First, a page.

I have an Ubuntu server running on EC2 (which I didn't install myself, just picked up an AMI). So far I'm using putty to work with it, but I am wondering how to work on it with GUI tools (I'm not familiar with Linux UI tools, but I want to learn). Silly me, I'm missing the convenience of Windows Explorer.

I currently have only Windows at home. How do I set up GUI tools to work with a remote server? Should I even do this, or should I stick to the command line? Do the answers change if I have a local linux machine to play with?

  • If X11 forwarding is fast enough (there are cases where it's not) it should be fine. The CLI is always more powerful so it's useful to not ignore it but this doesn't mean that GUIs are never useful :)
    – sakisk
    Commented Mar 22, 2011 at 8:26
  • But what kind of tasks do you want to fulfil on the server? Which tools do you want to use? It's important information for an answer. Say, you mentioned something called "Windows Explorer"; but there's probably no "Windows Explorer" on Ubuntu, so the solution suggesting running some X programs remotely won't fit. Commented Mar 22, 2011 at 9:11
  • There is no Explorer equivalent for Ubuntu? Seriously?
    – ripper234
    Commented Mar 22, 2011 at 9:22
  • 1
    @imz - currently I'm interested in the general problem. I'm not experieniced with linux GUI apps at all, so I have no idea what I want right now... the first use that comes to mind is navigating folders in an Explorer like fashion, and perhaps editing.
    – ripper234
    Commented Mar 22, 2011 at 10:23
  • 1
    @ripper234: For navigating directories, check out mc. Commented Mar 22, 2011 at 16:14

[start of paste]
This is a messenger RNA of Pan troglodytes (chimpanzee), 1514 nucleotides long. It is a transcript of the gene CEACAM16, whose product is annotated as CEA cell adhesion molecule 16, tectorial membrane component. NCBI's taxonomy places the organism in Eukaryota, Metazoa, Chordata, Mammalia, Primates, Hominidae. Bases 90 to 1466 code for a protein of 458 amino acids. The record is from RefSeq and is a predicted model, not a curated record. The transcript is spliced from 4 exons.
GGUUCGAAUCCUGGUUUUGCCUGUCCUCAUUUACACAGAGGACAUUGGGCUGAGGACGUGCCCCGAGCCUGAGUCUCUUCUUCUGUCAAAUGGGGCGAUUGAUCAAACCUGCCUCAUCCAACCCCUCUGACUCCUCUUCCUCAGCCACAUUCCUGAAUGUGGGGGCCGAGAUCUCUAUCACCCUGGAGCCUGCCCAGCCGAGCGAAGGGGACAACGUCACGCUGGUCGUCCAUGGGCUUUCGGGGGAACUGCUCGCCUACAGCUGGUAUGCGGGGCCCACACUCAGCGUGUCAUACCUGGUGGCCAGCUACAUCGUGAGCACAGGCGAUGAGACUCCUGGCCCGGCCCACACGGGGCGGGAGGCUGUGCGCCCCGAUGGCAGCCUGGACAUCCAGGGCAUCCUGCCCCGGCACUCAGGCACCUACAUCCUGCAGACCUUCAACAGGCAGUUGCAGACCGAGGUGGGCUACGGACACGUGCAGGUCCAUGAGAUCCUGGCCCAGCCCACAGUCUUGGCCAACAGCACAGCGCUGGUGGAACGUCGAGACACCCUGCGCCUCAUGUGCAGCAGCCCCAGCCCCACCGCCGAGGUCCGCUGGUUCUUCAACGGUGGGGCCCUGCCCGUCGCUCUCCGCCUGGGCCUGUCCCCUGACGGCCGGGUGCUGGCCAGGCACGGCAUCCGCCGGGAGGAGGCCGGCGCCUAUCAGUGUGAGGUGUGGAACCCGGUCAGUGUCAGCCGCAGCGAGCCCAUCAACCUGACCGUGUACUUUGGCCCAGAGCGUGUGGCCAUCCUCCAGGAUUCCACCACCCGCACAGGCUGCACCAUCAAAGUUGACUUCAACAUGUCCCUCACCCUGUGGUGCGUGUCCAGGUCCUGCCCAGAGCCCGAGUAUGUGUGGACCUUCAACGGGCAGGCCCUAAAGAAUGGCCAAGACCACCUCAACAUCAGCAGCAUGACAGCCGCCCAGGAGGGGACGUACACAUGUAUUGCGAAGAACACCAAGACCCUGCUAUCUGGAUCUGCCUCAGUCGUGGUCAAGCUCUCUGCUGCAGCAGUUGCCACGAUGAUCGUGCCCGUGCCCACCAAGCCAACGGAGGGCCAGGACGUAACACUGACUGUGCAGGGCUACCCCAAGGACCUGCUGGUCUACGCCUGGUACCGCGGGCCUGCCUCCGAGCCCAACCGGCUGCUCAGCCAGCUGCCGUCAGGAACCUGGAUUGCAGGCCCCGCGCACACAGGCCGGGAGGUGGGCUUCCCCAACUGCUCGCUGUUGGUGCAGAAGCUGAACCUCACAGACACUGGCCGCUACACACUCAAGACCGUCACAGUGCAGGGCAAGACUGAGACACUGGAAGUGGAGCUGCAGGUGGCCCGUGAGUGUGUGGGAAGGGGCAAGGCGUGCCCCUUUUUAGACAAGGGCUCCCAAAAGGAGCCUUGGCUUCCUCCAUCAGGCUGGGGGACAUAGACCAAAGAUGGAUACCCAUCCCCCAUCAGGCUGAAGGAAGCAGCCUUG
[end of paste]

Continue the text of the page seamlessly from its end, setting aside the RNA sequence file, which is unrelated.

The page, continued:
8 Answers 8


You can use X11 forwarding over SSH; make sure the option

X11Forwarding yes

is enabled in /etc/ssh/sshd_config on the remote server, and either enable X11 forwarding by hand with

ssh -X remoteserver

or add a line saying

ForwardX11 yes

to the relevant host entry in ~/.ssh/config

Of course, that requires a working X display at the local end, so if you're using Windows you're going to have to install something like XMing, then set up X11 forwarding in PuTTY as demonstrated in these references:

ETA: Reading again and seeing your clarifications in the comments, FTP might suit your needs even better, as it will let you 'mount' SFTP folders as if they're regular network drives.  See here, here, here (for Windows XP/7/Vista), or here (for Windows 8).


Shadur covered how to enable X. Note that the /etc/ssh/sshd_config is at the server end, and the ~/.ssh/config is at the client end, so we are in general talking about two different machines. X forwarding will display your remote application on the local X display. So the two configs have to tell the remote and the local to allow this operation to happen, respectively.

As to whether you should use X, it depends. You need to consider (at least) the following factors.

  • What kind of bandwidth do you have? What is its speed? Is it metered? Is there a cap? If you have a very fast connection to the net and no restrictions, that X is more usable, otherwise it can be very slow. Bear in mind that in general X is a network hog; it is not bandwidth optimized (or whatever the right phrase is).